Understanding CRISPR; Mechanism used by Cascade to bind target DNA
Project Lead: Angela Patterson
Recently, we investigated the mechanism of action for the Type IE CRISPR-Cas system found in E. coli. CRISPR-Cas systems are bacterial or archaeal immune systems that recognize foreign nucleic acids and degrade them before they can harm the cell. In the Type IE system, 11 proteins assemble around a short CRISPR-derived RNA which acts as a guide that will base pair with target DNA. The binding of DNA then leads to the recruitment of the endonuclease Cas3 which will, in turn, degrade the DNA target. Because a short piece of RNA is used as a guide in these complexes, the degradation of target DNA occurs with high specificity making these systems of great interest as molecular biology tools for genome editing. In order to enhance the ability of these systems to act effectively as genome editing tools, their mechanism of action must first be determined.
In collaboration with the Weidenheft Lab, we investigated the conformational dynamics of the half megadalton protein complex Cascade using hydrogen-deuterium exchange coupled with mass spectrometry (HDX-MS). In this collaborative effort, we used HDX-MS to probe the conformational differences in Cascade before and after binding to target DNA. We then used this data to identify regions of the complex involved in DNA binding (blue) and Cas3 recruitment (red). We then put our findings to the test using mutational analysis with in vitro and in vivo assays to determine the functional role of the regions of interest. We found that Arginine 12 on the Cse2 subunit plays a role in binding the non-target strand of DNA, while residues 379-380 on Cse1 are important for Cas3 recruitment. This study highlights the importance of protein dynamics in protein function and the power of using HDX-MS as a predictive tool when determining a protein complex’s mechanism of action.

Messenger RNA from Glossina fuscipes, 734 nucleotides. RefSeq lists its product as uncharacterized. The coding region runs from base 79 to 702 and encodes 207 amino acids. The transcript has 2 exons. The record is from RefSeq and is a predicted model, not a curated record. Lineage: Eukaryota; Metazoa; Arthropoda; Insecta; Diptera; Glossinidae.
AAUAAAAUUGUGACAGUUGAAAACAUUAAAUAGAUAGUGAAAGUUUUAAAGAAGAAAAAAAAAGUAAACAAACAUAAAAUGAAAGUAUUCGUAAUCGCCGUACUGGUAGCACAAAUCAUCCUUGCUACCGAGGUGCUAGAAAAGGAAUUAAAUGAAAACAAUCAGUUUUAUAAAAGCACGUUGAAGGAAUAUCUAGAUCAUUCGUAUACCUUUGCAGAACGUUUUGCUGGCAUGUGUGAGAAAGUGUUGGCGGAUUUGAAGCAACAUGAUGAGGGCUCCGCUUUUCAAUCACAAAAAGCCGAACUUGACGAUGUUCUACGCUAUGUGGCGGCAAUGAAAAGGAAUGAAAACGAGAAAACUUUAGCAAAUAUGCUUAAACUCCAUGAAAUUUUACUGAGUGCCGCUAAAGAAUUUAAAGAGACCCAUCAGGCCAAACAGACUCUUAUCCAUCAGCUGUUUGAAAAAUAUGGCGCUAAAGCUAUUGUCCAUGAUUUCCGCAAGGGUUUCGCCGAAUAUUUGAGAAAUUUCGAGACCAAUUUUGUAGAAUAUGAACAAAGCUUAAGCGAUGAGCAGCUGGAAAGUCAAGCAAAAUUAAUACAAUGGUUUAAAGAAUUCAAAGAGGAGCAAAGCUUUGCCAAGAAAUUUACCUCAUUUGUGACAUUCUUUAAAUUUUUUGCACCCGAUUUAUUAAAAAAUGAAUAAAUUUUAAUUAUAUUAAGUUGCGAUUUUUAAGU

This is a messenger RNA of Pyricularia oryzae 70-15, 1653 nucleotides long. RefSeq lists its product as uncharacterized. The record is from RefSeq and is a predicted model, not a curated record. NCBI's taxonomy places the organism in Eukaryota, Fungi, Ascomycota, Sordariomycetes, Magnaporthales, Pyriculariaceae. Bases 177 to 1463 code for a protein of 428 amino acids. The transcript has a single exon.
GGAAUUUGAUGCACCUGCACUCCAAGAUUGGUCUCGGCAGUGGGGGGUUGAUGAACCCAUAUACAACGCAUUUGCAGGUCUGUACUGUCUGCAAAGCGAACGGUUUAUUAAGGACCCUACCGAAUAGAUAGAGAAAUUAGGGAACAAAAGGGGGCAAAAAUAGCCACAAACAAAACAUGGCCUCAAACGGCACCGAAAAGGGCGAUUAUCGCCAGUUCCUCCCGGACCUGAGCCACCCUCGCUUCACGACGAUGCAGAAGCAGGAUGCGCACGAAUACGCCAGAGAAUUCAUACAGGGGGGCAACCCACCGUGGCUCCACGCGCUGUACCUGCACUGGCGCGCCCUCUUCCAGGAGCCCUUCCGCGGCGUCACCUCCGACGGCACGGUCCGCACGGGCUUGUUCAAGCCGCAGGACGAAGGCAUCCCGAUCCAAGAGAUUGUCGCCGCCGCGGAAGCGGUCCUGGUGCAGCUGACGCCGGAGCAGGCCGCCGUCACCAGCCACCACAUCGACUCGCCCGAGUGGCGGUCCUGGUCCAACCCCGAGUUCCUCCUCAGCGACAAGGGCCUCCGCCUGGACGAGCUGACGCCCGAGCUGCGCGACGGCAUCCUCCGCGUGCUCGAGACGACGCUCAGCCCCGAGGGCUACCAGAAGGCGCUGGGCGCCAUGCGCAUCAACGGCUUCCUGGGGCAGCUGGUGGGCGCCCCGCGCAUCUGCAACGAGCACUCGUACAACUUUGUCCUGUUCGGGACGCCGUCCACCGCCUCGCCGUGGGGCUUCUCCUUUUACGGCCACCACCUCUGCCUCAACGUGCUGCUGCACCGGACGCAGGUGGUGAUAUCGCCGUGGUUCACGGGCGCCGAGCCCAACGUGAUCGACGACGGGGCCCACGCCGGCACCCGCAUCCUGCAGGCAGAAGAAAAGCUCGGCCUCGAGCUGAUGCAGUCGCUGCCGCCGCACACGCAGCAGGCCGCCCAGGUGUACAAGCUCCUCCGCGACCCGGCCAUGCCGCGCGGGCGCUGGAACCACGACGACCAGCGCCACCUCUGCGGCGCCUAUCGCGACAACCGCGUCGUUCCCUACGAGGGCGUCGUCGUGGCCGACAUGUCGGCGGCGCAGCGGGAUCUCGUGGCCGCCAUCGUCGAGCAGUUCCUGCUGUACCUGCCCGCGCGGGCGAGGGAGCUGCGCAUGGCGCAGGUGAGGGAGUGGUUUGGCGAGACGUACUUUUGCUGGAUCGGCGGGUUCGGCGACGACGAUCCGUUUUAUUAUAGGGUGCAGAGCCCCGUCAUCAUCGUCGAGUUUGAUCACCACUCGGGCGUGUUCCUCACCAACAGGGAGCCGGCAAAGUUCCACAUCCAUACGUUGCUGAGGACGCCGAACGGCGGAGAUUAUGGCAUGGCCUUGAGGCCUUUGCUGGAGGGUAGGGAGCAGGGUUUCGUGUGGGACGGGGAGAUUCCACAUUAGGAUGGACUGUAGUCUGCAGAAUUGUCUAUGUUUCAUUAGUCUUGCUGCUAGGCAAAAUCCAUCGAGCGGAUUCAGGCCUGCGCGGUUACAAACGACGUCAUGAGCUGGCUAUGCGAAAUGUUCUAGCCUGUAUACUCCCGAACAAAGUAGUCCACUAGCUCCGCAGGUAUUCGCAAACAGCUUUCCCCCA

Article title: Conformational Dynamics of DNA Binding and Cas3 Recruitment by the CRISPR RNA-Guided Cascade Complex (here)
Brian and Angela holding the 3D printed protein structures. The proteins depicted: blue = the surveillance complex Cascade; red = the endonuclease Cas3